Immune Mediated Hemolytic Anemia (IMHA) is one of the most common causes of regenerative anemia in dogs. It is a life threatening disease that affects some of the most popular breeds of dogs such as the Miniature Schnauzer, Collie, Springer Spaniel, Poodle, Bichon Frise, Miniature Pinscher, Spitz and Old English Sheepdog. IMHA can occur in any breed but the American Cocker Spaniel is 12 times more likely than other breeds to develop IMHA.
Recognizing the symptoms of IMHA can mean the difference between life and death for your beloved pet. This article will discuss the specifics of the disease process, treatment and the signs that indicate that your pet needs prompt Veterinary Medical attention.
One of the first things you may notice is lethargy. Your pet seems “droopy.” He has not wanted to play with his favorite toy or she has not greeted family members when they have returned from work or school. You may also notice rapid breathing (tachypnea), or discolored urine (red or amber). Nosebleeds, vomiting, diarrhea or melena (dark tarry stool) can also be seen with this disease. In more severe cases, our pet may seem normal until she collapses.
If your pet displays any of these symptoms, check his gums. The gums of a non-pigmented breed should look just like yours, bright pink and moist. In IMHA, your pet’s gums may be pale pink or almost white. You may notice a yellow color (jaundice) and/or spots that look like bruises. These bruises may be pinpoint (petechiae) or larger dots (ecchymoses) and are indicative of a serious clotting problem from the destruction of platelets (Thrombocytopenia).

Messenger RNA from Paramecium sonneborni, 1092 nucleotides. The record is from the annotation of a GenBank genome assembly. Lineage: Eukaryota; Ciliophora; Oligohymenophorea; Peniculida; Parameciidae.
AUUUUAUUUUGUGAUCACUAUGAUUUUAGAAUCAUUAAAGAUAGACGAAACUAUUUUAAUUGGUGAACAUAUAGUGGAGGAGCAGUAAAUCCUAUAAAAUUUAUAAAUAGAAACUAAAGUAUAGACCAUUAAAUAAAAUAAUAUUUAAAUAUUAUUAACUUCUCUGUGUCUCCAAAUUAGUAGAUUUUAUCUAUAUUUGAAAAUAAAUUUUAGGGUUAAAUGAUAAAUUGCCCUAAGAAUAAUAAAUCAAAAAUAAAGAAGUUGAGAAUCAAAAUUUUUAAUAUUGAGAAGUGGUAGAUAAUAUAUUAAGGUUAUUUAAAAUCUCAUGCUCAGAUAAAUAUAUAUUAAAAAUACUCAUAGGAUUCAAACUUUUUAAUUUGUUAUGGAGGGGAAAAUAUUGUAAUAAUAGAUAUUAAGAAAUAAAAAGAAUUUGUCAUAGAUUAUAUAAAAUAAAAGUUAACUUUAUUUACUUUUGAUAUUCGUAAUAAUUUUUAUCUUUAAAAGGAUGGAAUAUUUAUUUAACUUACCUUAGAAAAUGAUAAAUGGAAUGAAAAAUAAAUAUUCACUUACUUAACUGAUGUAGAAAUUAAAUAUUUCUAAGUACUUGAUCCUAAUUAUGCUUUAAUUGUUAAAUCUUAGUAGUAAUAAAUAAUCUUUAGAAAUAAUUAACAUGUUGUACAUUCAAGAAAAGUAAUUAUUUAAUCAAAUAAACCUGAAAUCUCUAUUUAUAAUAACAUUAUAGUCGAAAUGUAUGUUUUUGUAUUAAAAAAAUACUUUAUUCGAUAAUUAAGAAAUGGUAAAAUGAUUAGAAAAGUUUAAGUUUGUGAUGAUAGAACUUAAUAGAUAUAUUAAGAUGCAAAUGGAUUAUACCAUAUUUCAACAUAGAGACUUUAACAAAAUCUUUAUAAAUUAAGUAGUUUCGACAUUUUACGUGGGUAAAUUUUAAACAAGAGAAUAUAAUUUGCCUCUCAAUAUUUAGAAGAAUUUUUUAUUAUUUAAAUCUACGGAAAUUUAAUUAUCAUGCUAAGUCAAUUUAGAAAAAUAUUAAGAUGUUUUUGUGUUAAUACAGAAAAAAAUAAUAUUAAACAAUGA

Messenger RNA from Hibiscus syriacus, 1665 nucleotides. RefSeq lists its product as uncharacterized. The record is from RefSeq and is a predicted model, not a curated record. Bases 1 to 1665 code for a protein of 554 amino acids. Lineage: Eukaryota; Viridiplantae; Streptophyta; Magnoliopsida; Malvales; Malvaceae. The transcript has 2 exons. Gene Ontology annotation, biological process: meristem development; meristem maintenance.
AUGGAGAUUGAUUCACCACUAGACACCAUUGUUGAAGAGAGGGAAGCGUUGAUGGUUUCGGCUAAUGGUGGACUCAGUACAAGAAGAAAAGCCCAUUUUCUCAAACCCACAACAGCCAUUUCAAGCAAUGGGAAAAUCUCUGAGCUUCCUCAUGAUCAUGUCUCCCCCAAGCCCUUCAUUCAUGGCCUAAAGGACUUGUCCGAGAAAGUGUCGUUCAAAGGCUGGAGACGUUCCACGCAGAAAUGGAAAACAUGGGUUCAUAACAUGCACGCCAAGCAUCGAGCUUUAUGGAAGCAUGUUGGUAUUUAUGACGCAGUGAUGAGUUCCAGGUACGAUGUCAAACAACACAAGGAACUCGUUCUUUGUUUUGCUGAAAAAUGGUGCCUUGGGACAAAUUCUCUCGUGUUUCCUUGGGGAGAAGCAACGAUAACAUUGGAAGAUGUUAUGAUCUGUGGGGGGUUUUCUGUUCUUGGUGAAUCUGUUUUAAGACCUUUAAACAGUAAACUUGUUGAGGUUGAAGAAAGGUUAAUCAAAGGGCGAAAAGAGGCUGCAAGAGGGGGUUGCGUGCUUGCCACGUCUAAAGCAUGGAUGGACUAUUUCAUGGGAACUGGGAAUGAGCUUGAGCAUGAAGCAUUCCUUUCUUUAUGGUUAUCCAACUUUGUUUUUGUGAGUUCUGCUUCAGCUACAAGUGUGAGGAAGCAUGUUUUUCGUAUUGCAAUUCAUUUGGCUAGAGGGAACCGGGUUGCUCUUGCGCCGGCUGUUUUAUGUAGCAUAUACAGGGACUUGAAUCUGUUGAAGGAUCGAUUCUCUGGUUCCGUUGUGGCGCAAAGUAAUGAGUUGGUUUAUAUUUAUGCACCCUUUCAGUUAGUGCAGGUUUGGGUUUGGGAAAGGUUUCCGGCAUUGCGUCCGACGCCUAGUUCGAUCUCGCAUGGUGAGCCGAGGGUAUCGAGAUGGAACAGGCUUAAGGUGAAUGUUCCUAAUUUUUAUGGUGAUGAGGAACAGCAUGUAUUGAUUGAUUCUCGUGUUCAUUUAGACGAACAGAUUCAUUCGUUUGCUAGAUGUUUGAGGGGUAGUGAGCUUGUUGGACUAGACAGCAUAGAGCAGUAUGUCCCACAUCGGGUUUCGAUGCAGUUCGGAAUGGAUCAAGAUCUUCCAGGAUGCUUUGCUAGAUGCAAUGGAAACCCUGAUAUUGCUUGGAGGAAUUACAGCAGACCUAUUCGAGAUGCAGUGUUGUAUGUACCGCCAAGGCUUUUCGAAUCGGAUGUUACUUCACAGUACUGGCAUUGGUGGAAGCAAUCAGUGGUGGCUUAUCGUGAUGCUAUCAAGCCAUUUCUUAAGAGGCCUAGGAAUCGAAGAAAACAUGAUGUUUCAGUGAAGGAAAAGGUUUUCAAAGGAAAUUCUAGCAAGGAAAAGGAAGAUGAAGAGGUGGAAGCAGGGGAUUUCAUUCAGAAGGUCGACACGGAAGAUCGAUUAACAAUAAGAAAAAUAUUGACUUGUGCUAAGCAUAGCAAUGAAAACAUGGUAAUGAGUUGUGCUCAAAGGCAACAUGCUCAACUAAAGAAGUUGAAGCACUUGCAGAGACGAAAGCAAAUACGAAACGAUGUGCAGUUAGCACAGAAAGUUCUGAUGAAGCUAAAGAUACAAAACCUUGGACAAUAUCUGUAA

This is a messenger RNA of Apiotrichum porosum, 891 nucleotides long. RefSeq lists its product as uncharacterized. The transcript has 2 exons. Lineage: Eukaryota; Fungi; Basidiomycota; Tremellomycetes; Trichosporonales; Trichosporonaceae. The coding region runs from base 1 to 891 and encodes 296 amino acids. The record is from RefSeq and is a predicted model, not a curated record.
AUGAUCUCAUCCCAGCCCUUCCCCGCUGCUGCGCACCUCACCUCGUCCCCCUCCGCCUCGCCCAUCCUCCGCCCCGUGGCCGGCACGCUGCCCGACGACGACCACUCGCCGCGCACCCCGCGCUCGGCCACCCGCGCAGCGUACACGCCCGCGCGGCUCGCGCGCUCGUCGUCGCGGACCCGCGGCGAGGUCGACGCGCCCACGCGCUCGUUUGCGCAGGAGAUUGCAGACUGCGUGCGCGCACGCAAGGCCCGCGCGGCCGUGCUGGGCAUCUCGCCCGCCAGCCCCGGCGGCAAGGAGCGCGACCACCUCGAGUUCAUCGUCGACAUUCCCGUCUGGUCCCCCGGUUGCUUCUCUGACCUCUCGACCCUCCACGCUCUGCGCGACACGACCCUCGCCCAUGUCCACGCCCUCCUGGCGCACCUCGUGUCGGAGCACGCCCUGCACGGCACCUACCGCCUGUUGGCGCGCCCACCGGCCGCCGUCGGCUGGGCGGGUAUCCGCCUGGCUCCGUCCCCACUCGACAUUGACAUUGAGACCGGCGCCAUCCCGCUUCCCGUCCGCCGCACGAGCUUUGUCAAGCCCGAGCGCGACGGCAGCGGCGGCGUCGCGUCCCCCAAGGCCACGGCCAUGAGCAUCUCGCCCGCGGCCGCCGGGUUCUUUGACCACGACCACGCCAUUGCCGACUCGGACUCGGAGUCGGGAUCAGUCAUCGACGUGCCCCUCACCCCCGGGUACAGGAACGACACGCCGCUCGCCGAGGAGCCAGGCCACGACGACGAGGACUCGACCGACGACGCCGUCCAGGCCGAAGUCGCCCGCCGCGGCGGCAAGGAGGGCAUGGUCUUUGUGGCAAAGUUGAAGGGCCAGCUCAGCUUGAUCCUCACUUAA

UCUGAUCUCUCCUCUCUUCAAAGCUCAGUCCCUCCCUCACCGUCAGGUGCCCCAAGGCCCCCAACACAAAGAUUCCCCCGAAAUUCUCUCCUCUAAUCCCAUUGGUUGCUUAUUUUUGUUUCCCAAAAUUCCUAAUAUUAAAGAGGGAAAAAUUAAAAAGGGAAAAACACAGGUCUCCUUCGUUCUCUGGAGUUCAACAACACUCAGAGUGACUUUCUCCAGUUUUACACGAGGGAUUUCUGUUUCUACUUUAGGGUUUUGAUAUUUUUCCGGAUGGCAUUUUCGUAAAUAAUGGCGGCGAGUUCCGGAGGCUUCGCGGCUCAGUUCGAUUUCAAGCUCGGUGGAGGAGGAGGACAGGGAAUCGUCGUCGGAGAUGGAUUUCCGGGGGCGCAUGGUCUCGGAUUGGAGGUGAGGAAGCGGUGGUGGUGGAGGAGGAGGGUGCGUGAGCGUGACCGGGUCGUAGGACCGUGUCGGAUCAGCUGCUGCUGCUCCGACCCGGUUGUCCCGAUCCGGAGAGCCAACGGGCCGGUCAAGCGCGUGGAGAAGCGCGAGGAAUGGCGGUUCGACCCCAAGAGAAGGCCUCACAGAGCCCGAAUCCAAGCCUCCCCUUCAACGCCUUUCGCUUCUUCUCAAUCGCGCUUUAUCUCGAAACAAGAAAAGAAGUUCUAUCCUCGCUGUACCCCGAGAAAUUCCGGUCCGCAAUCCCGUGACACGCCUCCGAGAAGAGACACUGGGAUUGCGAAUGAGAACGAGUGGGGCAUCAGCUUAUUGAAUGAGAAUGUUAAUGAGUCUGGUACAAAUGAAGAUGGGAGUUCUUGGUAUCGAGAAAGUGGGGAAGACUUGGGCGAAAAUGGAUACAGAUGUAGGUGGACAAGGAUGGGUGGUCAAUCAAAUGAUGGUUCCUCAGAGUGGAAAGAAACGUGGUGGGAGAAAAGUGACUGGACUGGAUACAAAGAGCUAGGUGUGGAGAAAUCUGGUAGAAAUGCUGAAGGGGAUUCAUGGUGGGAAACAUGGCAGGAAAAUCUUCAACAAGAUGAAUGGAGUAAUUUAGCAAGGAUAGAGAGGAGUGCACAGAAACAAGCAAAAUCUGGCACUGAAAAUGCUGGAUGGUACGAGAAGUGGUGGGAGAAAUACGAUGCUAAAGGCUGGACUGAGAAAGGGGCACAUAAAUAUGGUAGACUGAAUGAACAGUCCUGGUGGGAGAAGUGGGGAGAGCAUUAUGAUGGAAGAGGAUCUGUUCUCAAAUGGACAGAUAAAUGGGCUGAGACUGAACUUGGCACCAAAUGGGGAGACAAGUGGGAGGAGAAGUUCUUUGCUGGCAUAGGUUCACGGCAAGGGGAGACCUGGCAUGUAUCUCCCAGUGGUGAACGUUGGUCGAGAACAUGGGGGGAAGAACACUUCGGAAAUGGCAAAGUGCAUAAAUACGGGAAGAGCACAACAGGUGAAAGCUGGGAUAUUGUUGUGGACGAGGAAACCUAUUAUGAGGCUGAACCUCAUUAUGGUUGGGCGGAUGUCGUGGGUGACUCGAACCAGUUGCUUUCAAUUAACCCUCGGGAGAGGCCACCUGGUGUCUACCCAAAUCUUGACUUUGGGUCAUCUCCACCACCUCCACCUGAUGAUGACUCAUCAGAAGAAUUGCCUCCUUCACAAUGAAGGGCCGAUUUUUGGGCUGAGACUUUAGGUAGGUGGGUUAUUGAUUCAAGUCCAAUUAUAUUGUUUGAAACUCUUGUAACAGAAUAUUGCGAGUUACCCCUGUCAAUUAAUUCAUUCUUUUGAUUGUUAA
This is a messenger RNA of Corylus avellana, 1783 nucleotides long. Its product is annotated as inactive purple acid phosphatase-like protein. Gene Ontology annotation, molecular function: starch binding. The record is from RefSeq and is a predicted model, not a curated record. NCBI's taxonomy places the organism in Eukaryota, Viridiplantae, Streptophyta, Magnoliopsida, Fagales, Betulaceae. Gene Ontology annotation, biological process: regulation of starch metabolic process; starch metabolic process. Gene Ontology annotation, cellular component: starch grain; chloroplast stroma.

If you notice any combination of these symptoms, seek Veterinary Medical attention immediately. IMHA cannot be treated with any over -the- counter medications and delay in treatment may result in serious complications (including death).
Scientists have studied this disease and have identified two types of IMHA, Primary and Secondary. Primary IMHA is caused when the immune system develops antibodies to healthy Red Blood Cells (RBC’s) and starts to destroy them. Secondary IMHA occurs when another disease process alters the proteins on the surface of RBC’s which stimulates the immune system to produce auto-reactive antibodies and destroy these altered red blood cells.
The cause of Primary IMHA is not known. Cancer, some infectious disease, and administration of certain drugs haven been shown to cause Secondary IMHA.
Infectious disease agents that have been implicated in the development of IMHA include some Tick-borne diseases; (Babesiosis, Haemobartonellosis, Anaplasmosis); Salmonella (a common cause of food poisoning), Hookworm and Whipworm infestations.
Some cancers such as Lymphosarcoma, Leukemia, Soft Tissue Sarcoma, Lung cancer (Bronchoalveolar Carcinoma), Mast Cell Tumor and vascular tumors of the spleen have been linked to the development of IMHA presumably through alterations in proteins on the surface of red blood cells.
Inflammatory conditions of the Pancreas, Prostate, and Bladder as well as Systemic Lupus Erythematosis (SLE or Lupus) have led to the development of IMHA. The administration of Levamisole and Griseofulvin (antifungals), Carprofen (NSAID, Rimadyl) and Cephalosporins (antibiotic) have been implicated in some cases of IMHA.